edit: wasn't supposed to post that question

Results 1 to 5 of 5

- Dec 13th 2009, 04:42 PM #1

- Joined
- Dec 2009
- Posts
- 2

- Dec 14th 2009, 04:50 AM #2

- Joined
- Apr 2005
- Posts
- 18,610
- Thanks
- 2606

Since you use the word "frustrum" I assume you know that this is the frustrum of a cone. This website: Volume of a Frustum of a Cone

gives the volume as where "r" and "R" are the radii of the two bases and h is the vertical height of the cone.

Once you have that, you will need to estimate the volume of a single jellybean and divide one volume by the other.

- Dec 14th 2009, 05:33 AM #3

- Joined
- Jan 2009
- Posts
- 591

as HallsofIvy stated:

Once you have that, you will need to estimate the volume of a single jellybean

and divide one volume by the other.

Use that scaled jelly bean to determine the diameter of the top and bottom radius and height of the frustrum & then make your calculations.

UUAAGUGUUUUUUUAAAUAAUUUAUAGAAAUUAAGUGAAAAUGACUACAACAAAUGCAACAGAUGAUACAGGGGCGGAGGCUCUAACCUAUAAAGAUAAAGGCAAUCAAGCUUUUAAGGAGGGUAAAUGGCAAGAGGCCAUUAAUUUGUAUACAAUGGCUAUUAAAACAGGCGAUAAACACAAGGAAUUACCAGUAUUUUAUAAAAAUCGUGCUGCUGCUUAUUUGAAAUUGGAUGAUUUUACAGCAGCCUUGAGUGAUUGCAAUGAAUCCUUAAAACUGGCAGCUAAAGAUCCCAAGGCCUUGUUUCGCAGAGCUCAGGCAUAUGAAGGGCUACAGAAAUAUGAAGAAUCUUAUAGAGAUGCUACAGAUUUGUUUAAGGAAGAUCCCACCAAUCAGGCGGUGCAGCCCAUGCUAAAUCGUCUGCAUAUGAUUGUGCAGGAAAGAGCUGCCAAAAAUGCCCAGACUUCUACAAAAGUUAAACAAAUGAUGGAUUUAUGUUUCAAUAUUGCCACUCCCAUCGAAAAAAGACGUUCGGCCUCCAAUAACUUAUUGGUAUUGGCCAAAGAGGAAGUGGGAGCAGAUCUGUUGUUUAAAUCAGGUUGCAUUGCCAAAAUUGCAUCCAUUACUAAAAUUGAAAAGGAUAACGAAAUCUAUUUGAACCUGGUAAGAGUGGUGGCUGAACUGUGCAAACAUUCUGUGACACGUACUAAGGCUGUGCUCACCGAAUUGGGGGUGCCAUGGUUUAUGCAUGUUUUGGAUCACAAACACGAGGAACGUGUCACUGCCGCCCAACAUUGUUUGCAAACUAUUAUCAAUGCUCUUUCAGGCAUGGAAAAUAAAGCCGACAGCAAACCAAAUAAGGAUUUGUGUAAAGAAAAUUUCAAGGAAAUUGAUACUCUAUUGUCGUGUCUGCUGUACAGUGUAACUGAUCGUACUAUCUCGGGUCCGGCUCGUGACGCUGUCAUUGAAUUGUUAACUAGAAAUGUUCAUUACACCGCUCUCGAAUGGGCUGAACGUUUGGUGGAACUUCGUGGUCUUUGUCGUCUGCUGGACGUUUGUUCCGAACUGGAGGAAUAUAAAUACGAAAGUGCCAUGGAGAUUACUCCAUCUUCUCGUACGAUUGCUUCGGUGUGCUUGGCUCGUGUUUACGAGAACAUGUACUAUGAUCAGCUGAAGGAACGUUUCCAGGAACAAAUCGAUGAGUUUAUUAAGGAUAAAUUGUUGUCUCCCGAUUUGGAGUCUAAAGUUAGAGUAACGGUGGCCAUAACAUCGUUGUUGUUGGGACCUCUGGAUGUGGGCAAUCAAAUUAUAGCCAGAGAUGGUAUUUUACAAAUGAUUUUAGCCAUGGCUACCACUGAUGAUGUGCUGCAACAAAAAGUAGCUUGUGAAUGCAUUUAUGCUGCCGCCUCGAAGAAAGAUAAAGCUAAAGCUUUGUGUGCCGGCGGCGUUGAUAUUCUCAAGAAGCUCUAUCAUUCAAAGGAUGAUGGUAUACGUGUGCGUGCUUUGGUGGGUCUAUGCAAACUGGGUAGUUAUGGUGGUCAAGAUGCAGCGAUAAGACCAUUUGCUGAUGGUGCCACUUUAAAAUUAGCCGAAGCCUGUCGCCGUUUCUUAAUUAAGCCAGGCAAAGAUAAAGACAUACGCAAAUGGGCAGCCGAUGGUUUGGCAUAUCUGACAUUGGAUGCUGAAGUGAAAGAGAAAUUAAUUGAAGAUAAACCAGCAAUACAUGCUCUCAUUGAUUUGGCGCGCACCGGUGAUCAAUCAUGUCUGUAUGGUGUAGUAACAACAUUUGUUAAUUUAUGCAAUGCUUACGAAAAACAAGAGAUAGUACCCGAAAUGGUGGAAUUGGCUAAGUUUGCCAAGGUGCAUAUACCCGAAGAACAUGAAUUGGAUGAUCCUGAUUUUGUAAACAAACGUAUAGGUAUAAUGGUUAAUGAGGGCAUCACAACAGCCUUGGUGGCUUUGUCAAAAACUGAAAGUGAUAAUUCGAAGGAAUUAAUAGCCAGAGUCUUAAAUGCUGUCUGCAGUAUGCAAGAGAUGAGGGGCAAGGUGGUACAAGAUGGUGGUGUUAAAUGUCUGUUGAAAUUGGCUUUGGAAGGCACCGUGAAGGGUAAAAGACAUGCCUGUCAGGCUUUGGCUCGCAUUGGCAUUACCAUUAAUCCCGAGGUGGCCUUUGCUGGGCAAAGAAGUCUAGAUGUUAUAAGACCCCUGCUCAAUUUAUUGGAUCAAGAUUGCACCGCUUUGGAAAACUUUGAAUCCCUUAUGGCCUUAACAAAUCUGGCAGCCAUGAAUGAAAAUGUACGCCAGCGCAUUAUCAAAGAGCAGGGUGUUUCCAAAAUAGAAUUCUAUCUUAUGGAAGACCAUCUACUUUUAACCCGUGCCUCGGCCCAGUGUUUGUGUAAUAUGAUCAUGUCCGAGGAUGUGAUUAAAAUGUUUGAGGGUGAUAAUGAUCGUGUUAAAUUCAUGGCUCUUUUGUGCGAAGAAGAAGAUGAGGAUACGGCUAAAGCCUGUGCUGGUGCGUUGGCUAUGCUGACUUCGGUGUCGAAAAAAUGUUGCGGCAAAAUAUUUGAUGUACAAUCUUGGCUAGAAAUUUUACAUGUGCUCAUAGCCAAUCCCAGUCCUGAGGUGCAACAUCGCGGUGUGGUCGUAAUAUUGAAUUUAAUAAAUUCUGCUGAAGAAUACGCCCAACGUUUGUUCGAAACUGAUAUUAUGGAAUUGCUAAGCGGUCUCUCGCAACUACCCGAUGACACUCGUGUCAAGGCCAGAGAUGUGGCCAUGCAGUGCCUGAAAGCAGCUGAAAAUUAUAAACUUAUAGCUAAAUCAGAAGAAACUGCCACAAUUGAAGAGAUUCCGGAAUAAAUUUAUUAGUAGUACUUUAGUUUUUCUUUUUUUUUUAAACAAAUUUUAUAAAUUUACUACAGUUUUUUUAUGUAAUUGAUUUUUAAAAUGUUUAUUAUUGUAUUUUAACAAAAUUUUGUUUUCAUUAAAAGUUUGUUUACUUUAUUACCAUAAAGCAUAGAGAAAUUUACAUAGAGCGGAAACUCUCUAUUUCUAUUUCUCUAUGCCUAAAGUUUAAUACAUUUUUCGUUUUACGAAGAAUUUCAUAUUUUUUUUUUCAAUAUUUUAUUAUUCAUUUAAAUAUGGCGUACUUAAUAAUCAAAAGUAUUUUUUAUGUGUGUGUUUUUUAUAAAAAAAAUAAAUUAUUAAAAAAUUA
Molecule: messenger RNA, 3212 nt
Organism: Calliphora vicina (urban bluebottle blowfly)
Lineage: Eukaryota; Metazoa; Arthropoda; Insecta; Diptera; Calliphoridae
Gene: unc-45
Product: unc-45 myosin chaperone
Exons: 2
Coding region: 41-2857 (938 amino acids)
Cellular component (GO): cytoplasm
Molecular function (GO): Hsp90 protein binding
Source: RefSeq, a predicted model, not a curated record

You may want to buy a bag of jelly beans, measure a cup full and then count them.

THEN (this is the fun part) mash/smash/pulverise/compress as many jelly beans as possible into the cup.

(YOU NEED TO COUNT THEM BEFORE YOU SQUEEZE'M)

With that you can account for the lost space between the beans, and thus estimate somewhat more acccurately than just a WAG.

.

- Dec 14th 2009, 08:56 AM #4

- Joined
- Apr 2005
- Posts
- 18,610
- Thanks
- 2606

Why do the mashing? (I certainly wouldn't want to have to

**eat**that mass of jelly beans!) Just count the number of jelly beans in our cup, then fill the cup with water to determine the number of square inches, perhaps by pouring from the measuring cup into a square pan. That should give you the volume of that many jelly beans including air space.

- Dec 14th 2009, 02:24 PM #5

- Joined
- Dec 2009
- Posts
- 2